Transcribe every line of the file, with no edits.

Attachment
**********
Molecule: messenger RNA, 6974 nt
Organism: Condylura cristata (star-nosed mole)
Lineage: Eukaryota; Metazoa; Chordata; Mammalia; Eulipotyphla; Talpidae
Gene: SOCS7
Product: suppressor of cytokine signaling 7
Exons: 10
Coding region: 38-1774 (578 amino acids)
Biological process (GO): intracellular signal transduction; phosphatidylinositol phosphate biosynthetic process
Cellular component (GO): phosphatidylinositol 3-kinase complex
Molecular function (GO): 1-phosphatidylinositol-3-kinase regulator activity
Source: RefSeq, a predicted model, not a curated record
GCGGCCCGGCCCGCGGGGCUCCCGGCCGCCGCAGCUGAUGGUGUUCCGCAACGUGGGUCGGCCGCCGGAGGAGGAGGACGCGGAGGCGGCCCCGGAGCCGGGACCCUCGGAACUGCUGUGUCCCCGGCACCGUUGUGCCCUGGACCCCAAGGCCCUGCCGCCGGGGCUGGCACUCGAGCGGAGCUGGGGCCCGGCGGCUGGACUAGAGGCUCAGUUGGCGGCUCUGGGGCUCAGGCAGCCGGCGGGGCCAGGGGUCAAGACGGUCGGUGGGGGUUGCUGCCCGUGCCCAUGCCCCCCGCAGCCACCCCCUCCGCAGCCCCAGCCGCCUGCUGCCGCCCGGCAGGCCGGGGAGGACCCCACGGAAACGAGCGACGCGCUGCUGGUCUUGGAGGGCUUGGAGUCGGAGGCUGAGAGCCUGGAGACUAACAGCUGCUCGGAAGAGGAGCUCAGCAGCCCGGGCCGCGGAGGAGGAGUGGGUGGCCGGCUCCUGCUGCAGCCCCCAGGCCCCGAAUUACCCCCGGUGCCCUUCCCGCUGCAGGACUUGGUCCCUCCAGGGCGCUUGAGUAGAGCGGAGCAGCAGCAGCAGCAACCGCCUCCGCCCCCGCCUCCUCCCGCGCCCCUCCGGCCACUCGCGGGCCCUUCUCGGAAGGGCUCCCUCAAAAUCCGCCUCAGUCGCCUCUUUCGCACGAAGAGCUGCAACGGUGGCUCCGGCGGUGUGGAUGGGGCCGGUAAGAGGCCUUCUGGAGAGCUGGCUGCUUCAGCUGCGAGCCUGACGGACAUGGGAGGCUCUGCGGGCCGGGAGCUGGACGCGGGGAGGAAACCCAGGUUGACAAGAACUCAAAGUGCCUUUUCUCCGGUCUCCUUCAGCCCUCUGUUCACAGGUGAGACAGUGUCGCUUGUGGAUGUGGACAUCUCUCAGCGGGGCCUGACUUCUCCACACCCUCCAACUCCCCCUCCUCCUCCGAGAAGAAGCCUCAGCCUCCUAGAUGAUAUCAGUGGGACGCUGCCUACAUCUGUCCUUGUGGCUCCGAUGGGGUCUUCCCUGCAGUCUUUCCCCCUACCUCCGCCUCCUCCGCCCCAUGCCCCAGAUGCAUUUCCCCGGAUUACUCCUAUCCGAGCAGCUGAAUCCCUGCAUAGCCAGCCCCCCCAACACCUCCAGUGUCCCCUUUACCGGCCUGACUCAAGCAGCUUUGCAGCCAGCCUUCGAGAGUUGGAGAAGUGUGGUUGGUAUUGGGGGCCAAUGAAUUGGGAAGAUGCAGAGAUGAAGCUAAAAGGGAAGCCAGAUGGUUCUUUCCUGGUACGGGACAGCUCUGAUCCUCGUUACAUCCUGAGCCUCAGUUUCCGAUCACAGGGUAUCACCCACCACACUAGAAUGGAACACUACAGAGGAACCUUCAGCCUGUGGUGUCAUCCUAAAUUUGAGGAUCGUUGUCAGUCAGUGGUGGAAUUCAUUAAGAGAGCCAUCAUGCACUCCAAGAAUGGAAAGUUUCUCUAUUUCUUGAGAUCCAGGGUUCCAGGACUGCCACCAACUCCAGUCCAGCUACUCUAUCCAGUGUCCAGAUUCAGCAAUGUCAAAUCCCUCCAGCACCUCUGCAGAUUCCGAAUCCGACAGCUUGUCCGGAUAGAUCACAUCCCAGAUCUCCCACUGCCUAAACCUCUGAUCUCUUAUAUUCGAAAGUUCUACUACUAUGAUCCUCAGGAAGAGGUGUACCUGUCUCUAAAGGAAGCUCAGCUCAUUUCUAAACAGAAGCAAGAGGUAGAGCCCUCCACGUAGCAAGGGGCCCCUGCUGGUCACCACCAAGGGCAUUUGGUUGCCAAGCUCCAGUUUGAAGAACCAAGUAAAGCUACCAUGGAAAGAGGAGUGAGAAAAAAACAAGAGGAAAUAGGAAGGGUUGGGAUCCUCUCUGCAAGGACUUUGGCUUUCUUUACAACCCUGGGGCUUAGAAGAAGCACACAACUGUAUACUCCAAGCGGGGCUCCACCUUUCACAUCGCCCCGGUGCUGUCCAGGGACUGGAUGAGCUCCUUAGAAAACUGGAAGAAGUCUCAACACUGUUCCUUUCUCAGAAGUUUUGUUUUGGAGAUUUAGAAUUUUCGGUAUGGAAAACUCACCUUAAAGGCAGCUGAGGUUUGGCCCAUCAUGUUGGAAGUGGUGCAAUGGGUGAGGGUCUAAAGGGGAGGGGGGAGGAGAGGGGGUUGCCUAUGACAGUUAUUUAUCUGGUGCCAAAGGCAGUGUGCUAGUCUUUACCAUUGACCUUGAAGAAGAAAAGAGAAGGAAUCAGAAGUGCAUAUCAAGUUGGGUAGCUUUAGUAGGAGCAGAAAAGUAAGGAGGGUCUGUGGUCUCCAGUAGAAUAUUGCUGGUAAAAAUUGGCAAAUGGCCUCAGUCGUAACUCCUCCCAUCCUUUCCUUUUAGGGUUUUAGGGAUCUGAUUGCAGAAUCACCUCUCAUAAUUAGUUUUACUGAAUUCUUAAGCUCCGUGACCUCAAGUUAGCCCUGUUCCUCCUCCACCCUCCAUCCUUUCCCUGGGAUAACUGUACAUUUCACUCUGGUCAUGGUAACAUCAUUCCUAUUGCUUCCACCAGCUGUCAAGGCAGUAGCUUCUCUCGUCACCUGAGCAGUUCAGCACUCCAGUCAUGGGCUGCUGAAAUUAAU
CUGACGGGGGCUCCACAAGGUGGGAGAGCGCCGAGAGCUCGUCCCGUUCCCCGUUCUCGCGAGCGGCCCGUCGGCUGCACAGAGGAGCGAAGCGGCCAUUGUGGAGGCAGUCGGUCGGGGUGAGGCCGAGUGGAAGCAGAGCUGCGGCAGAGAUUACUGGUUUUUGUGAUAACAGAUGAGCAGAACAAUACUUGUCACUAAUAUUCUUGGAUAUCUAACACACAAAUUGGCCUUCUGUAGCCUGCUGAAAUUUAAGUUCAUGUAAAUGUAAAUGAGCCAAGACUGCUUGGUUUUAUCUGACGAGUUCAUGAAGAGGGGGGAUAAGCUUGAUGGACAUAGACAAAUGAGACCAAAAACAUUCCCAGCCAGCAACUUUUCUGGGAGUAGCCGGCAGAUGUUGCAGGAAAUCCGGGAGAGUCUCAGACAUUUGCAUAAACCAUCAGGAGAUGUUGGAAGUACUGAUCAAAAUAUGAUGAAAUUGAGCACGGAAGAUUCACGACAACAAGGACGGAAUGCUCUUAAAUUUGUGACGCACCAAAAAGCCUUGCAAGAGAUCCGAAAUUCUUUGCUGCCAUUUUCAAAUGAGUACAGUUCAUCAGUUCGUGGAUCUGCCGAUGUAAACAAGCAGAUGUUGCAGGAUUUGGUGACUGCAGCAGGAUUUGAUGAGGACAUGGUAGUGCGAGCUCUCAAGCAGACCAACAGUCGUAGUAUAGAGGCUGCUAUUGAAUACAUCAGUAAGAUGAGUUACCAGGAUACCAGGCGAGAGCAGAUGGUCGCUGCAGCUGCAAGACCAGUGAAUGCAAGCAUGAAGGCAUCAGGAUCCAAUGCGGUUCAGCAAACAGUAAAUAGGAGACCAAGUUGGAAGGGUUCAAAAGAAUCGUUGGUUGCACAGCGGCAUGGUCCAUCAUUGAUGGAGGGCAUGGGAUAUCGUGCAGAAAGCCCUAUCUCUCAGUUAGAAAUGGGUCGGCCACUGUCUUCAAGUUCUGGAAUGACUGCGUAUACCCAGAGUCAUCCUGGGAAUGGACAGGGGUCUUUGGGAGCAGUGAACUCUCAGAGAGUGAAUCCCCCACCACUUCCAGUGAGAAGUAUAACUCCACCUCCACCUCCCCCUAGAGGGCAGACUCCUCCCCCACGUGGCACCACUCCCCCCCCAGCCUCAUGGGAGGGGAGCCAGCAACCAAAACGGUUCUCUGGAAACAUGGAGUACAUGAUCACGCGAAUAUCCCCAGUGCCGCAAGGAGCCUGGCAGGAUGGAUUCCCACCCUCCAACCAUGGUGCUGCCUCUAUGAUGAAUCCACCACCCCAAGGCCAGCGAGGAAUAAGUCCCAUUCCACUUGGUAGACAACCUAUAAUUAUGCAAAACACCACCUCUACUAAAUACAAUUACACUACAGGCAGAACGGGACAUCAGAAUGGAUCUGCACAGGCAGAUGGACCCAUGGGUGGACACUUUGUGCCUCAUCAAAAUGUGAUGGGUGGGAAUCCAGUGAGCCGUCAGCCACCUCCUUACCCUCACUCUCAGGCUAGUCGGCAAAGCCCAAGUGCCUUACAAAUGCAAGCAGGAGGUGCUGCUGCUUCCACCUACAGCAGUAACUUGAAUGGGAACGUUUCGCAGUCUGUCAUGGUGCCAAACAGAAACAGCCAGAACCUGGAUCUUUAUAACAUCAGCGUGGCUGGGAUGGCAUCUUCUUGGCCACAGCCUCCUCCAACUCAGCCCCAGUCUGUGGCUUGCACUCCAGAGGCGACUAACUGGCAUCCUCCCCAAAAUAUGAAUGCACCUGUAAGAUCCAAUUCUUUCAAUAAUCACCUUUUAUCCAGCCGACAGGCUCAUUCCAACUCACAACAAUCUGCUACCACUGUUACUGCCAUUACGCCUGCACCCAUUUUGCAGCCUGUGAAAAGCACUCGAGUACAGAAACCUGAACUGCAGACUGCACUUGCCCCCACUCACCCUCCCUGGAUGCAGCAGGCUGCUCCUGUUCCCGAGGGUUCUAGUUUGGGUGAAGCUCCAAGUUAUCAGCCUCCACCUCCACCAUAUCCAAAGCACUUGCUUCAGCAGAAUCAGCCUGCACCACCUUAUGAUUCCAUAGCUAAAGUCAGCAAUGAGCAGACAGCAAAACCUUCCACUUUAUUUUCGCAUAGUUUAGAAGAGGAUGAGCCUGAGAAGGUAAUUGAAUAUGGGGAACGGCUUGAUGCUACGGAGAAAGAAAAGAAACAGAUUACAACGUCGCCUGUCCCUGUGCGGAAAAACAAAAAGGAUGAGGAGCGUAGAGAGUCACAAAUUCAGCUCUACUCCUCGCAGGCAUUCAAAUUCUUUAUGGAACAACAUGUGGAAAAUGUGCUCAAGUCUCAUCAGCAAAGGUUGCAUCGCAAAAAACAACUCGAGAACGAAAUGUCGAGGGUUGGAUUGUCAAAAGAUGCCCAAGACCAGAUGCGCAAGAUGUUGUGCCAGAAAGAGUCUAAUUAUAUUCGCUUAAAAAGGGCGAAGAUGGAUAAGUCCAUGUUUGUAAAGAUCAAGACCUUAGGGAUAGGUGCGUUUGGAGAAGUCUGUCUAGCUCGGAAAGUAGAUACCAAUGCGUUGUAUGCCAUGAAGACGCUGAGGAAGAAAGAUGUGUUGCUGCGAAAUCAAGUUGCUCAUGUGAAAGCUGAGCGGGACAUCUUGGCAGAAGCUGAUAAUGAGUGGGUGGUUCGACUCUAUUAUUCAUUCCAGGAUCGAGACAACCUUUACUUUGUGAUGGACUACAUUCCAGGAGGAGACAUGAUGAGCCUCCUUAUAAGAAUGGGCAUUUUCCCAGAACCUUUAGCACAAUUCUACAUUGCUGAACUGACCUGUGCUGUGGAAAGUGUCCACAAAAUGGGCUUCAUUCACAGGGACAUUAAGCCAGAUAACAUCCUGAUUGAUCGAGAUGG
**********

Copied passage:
Molecule: messenger RNA, 6974 nt
Organism: Condylura cristata (star-nosed mole)
Lineage: Eukaryota; Metazoa; Chordata; Mammalia; Eulipotyphla; Talpidae
Gene: SOCS7
Product: suppressor of cytokine signaling 7
Exons: 10
Coding region: 38-1774 (578 amino acids)
Biological process (GO): intracellular signal transduction; phosphatidylinositol phosphate biosynthetic process
Cellular component (GO): phosphatidylinositol 3-kinase complex
Molecular function (GO): 1-phosphatidylinositol-3-kinase regulator activity
Source: RefSeq, a predicted model, not a curated record
GCGGCCCGGCCCGCGGGGCUCCCGGCCGCCGCAGCUGAUGGUGUUCCGCAACGUGGGUCGGCCGCCGGAGGAGGAGGACGCGGAGGCGGCCCCGGAGCCGGGACCCUCGGAACUGCUGUGUCCCCGGCACCGUUGUGCCCUGGACCCCAAGGCCCUGCCGCCGGGGCUGGCACUCGAGCGGAGCUGGGGCCCGGCGGCUGGACUAGAGGCUCAGUUGGCGGCUCUGGGGCUCAGGCAGCCGGCGGGGCCAGGGGUCAAGACGGUCGGUGGGGGUUGCUGCCCGUGCCCAUGCCCCCCGCAGCCACCCCCUCCGCAGCCCCAGCCGCCUGCUGCCGCCCGGCAGGCCGGGGAGGACCCCACGGAAACGAGCGACGCGCUGCUGGUCUUGGAGGGCUUGGAGUCGGAGGCUGAGAGCCUGGAGACUAACAGCUGCUCGGAAGAGGAGCUCAGCAGCCCGGGCCGCGGAGGAGGAGUGGGUGGCCGGCUCCUGCUGCAGCCCCCAGGCCCCGAAUUACCCCCGGUGCCCUUCCCGCUGCAGGACUUGGUCCCUCCAGGGCGCUUGAGUAGAGCGGAGCAGCAGCAGCAGCAACCGCCUCCGCCCCCGCCUCCUCCCGCGCCCCUCCGGCCACUCGCGGGCCCUUCUCGGAAGGGCUCCCUCAAAAUCCGCCUCAGUCGCCUCUUUCGCACGAAGAGCUGCAACGGUGGCUCCGGCGGUGUGGAUGGGGCCGGUAAGAGGCCUUCUGGAGAGCUGGCUGCUUCAGCUGCGAGCCUGACGGACAUGGGAGGCUCUGCGGGCCGGGAGCUGGACGCGGGGAGGAAACCCAGGUUGACAAGAACUCAAAGUGCCUUUUCUCCGGUCUCCUUCAGCCCUCUGUUCACAGGUGAGACAGUGUCGCUUGUGGAUGUGGACAUCUCUCAGCGGGGCCUGACUUCUCCACACCCUCCAACUCCCCCUCCUCCUCCGAGAAGAAGCCUCAGCCUCCUAGAUGAUAUCAGUGGGACGCUGCCUACAUCUGUCCUUGUGGCUCCGAUGGGGUCUUCCCUGCAGUCUUUCCCCCUACCUCCGCCUCCUCCGCCCCAUGCCCCAGAUGCAUUUCCCCGGAUUACUCCUAUCCGAGCAGCUGAAUCCCUGCAUAGCCAGCCCCCCCAACACCUCCAGUGUCCCCUUUACCGGCCUGACUCAAGCAGCUUUGCAGCCAGCCUUCGAGAGUUGGAGAAGUGUGGUUGGUAUUGGGGGCCAAUGAAUUGGGAAGAUGCAGAGAUGAAGCUAAAAGGGAAGCCAGAUGGUUCUUUCCUGGUACGGGACAGCUCUGAUCCUCGUUACAUCCUGAGCCUCAGUUUCCGAUCACAGGGUAUCACCCACCACACUAGAAUGGAACACUACAGAGGAACCUUCAGCCUGUGGUGUCAUCCUAAAUUUGAGGAUCGUUGUCAGUCAGUGGUGGAAUUCAUUAAGAGAGCCAUCAUGCACUCCAAGAAUGGAAAGUUUCUCUAUUUCUUGAGAUCCAGGGUUCCAGGACUGCCACCAACUCCAGUCCAGCUACUCUAUCCAGUGUCCAGAUUCAGCAAUGUCAAAUCCCUCCAGCACCUCUGCAGAUUCCGAAUCCGACAGCUUGUCCGGAUAGAUCACAUCCCAGAUCUCCCACUGCCUAAACCUCUGAUCUCUUAUAUUCGAAAGUUCUACUACUAUGAUCCUCAGGAAGAGGUGUACCUGUCUCUAAAGGAAGCUCAGCUCAUUUCUAAACAGAAGCAAGAGGUAGAGCCCUCCACGUAGCAAGGGGCCCCUGCUGGUCACCACCAAGGGCAUUUGGUUGCCAAGCUCCAGUUUGAAGAACCAAGUAAAGCUACCAUGGAAAGAGGAGUGAGAAAAAAACAAGAGGAAAUAGGAAGGGUUGGGAUCCUCUCUGCAAGGACUUUGGCUUUCUUUACAACCCUGGGGCUUAGAAGAAGCACACAACUGUAUACUCCAAGCGGGGCUCCACCUUUCACAUCGCCCCGGUGCUGUCCAGGGACUGGAUGAGCUCCUUAGAAAACUGGAAGAAGUCUCAACACUGUUCCUUUCUCAGAAGUUUUGUUUUGGAGAUUUAGAAUUUUCGGUAUGGAAAACUCACCUUAAAGGCAGCUGAGGUUUGGCCCAUCAUGUUGGAAGUGGUGCAAUGGGUGAGGGUCUAAAGGGGAGGGGGGAGGAGAGGGGGUUGCCUAUGACAGUUAUUUAUCUGGUGCCAAAGGCAGUGUGCUAGUCUUUACCAUUGACCUUGAAGAAGAAAAGAGAAGGAAUCAGAAGUGCAUAUCAAGUUGGGUAGCUUUAGUAGGAGCAGAAAAGUAAGGAGGGUCUGUGGUCUCCAGUAGAAUAUUGCUGGUAAAAAUUGGCAAAUGGCCUCAGUCGUAACUCCUCCCAUCCUUUCCUUUUAGGGUUUUAGGGAUCUGAUUGCAGAAUCACCUCUCAUAAUUAGUUUUACUGAAUUCUUAAGCUCCGUGACCUCAAGUUAGCCCUGUUCCUCCUCCACCCUCCAUCCUUUCCCUGGGAUAACUGUACAUUUCACUCUGGUCAUGGUAACAUCAUUCCUAUUGCUUCCACCAGCUGUCAAGGCAGUAGCUUCUCUCGUCACCUGAGCAGUUCAGCACUCCAGUCAUGGGCUGCUGAAAUUAAU
CUGACGGGGGCUCCACAAGGUGGGAGAGCGCCGAGAGCUCGUCCCGUUCCCCGUUCUCGCGAGCGGCCCGUCGGCUGCACAGAGGAGCGAAGCGGCCAUUGUGGAGGCAGUCGGUCGGGGUGAGGCCGAGUGGAAGCAGAGCUGCGGCAGAGAUUACUGGUUUUUGUGAUAACAGAUGAGCAGAACAAUACUUGUCACUAAUAUUCUUGGAUAUCUAACACACAAAUUGGCCUUCUGUAGCCUGCUGAAAUUUAAGUUCAUGUAAAUGUAAAUGAGCCAAGACUGCUUGGUUUUAUCUGACGAGUUCAUGAAGAGGGGGGAUAAGCUUGAUGGACAUAGACAAAUGAGACCAAAAACAUUCCCAGCCAGCAACUUUUCUGGGAGUAGCCGGCAGAUGUUGCAGGAAAUCCGGGAGAGUCUCAGACAUUUGCAUAAACCAUCAGGAGAUGUUGGAAGUACUGAUCAAAAUAUGAUGAAAUUGAGCACGGAAGAUUCACGACAACAAGGACGGAAUGCUCUUAAAUUUGUGACGCACCAAAAAGCCUUGCAAGAGAUCCGAAAUUCUUUGCUGCCAUUUUCAAAUGAGUACAGUUCAUCAGUUCGUGGAUCUGCCGAUGUAAACAAGCAGAUGUUGCAGGAUUUGGUGACUGCAGCAGGAUUUGAUGAGGACAUGGUAGUGCGAGCUCUCAAGCAGACCAACAGUCGUAGUAUAGAGGCUGCUAUUGAAUACAUCAGUAAGAUGAGUUACCAGGAUACCAGGCGAGAGCAGAUGGUCGCUGCAGCUGCAAGACCAGUGAAUGCAAGCAUGAAGGCAUCAGGAUCCAAUGCGGUUCAGCAAACAGUAAAUAGGAGACCAAGUUGGAAGGGUUCAAAAGAAUCGUUGGUUGCACAGCGGCAUGGUCCAUCAUUGAUGGAGGGCAUGGGAUAUCGUGCAGAAAGCCCUAUCUCUCAGUUAGAAAUGGGUCGGCCACUGUCUUCAAGUUCUGGAAUGACUGCGUAUACCCAGAGUCAUCCUGGGAAUGGACAGGGGUCUUUGGGAGCAGUGAACUCUCAGAGAGUGAAUCCCCCACCACUUCCAGUGAGAAGUAUAACUCCACCUCCACCUCCCCCUAGAGGGCAGACUCCUCCCCCACGUGGCACCACUCCCCCCCCAGCCUCAUGGGAGGGGAGCCAGCAACCAAAACGGUUCUCUGGAAACAUGGAGUACAUGAUCACGCGAAUAUCCCCAGUGCCGCAAGGAGCCUGGCAGGAUGGAUUCCCACCCUCCAACCAUGGUGCUGCCUCUAUGAUGAAUCCACCACCCCAAGGCCAGCGAGGAAUAAGUCCCAUUCCACUUGGUAGACAACCUAUAAUUAUGCAAAACACCACCUCUACUAAAUACAAUUACACUACAGGCAGAACGGGACAUCAGAAUGGAUCUGCACAGGCAGAUGGACCCAUGGGUGGACACUUUGUGCCUCAUCAAAAUGUGAUGGGUGGGAAUCCAGUGAGCCGUCAGCCACCUCCUUACCCUCACUCUCAGGCUAGUCGGCAAAGCCCAAGUGCCUUACAAAUGCAAGCAGGAGGUGCUGCUGCUUCCACCUACAGCAGUAACUUGAAUGGGAACGUUUCGCAGUCUGUCAUGGUGCCAAACAGAAACAGCCAGAACCUGGAUCUUUAUAACAUCAGCGUGGCUGGGAUGGCAUCUUCUUGGCCACAGCCUCCUCCAACUCAGCCCCAGUCUGUGGCUUGCACUCCAGAGGCGACUAACUGGCAUCCUCCCCAAAAUAUGAAUGCACCUGUAAGAUCCAAUUCUUUCAAUAAUCACCUUUUAUCCAGCCGACAGGCUCAUUCCAACUCACAACAAUCUGCUACCACUGUUACUGCCAUUACGCCUGCACCCAUUUUGCAGCCUGUGAAAAGCACUCGAGUACAGAAACCUGAACUGCAGACUGCACUUGCCCCCACUCACCCUCCCUGGAUGCAGCAGGCUGCUCCUGUUCCCGAGGGUUCUAGUUUGGGUGAAGCUCCAAGUUAUCAGCCUCCACCUCCACCAUAUCCAAAGCACUUGCUUCAGCAGAAUCAGCCUGCACCACCUUAUGAUUCCAUAGCUAAAGUCAGCAAUGAGCAGACAGCAAAACCUUCCACUUUAUUUUCGCAUAGUUUAGAAGAGGAUGAGCCUGAGAAGGUAAUUGAAUAUGGGGAACGGCUUGAUGCUACGGAGAAAGAAAAGAAACAGAUUACAACGUCGCCUGUCCCUGUGCGGAAAAACAAAAAGGAUGAGGAGCGUAGAGAGUCACAAAUUCAGCUCUACUCCUCGCAGGCAUUCAAAUUCUUUAUGGAACAACAUGUGGAAAAUGUGCUCAAGUCUCAUCAGCAAAGGUUGCAUCGCAAAAAACAACUCGAGAACGAAAUGUCGAGGGUUGGAUUGUCAAAAGAUGCCCAAGACCAGAUGCGCAAGAUGUUGUGCCAGAAAGAGUCUAAUUAUAUUCGCUUAAAAAGGGCGAAGAUGGAUAAGUCCAUGUUUGUAAAGAUCAAGACCUUAGGGAUAGGUGCGUUUGGAGAAGUCUGUCUAGCUCGGAAAGUAGAUACCAAUGCGUUGUAUGCCAUGAAGACGCUGAGGAAGAAAGAUGUGUUGCUGCGAAAUCAAGUUGCUCAUGUGAAAGCUGAGCGGGACAUCUUGGCAGAAGCUGAUAAUGAGUGGGUGGUUCGACUCUAUUAUUCAUUCCAGGAUCGAGACAACCUUUACUUUGUGAUGGACUACAUUCCAGGAGGAGACAUGAUGAGCCUCCUUAUAAGAAUGGGCAUUUUCCCAGAACCUUUAGCACAAUUCUACAUUGCUGAACUGACCUGUGCUGUGGAAAGUGUCCACAAAAUGGGCUUCAUUCACAGGGACAUUAAGCCAGAUAACAUCCUGAUUGAUCGAGAUGG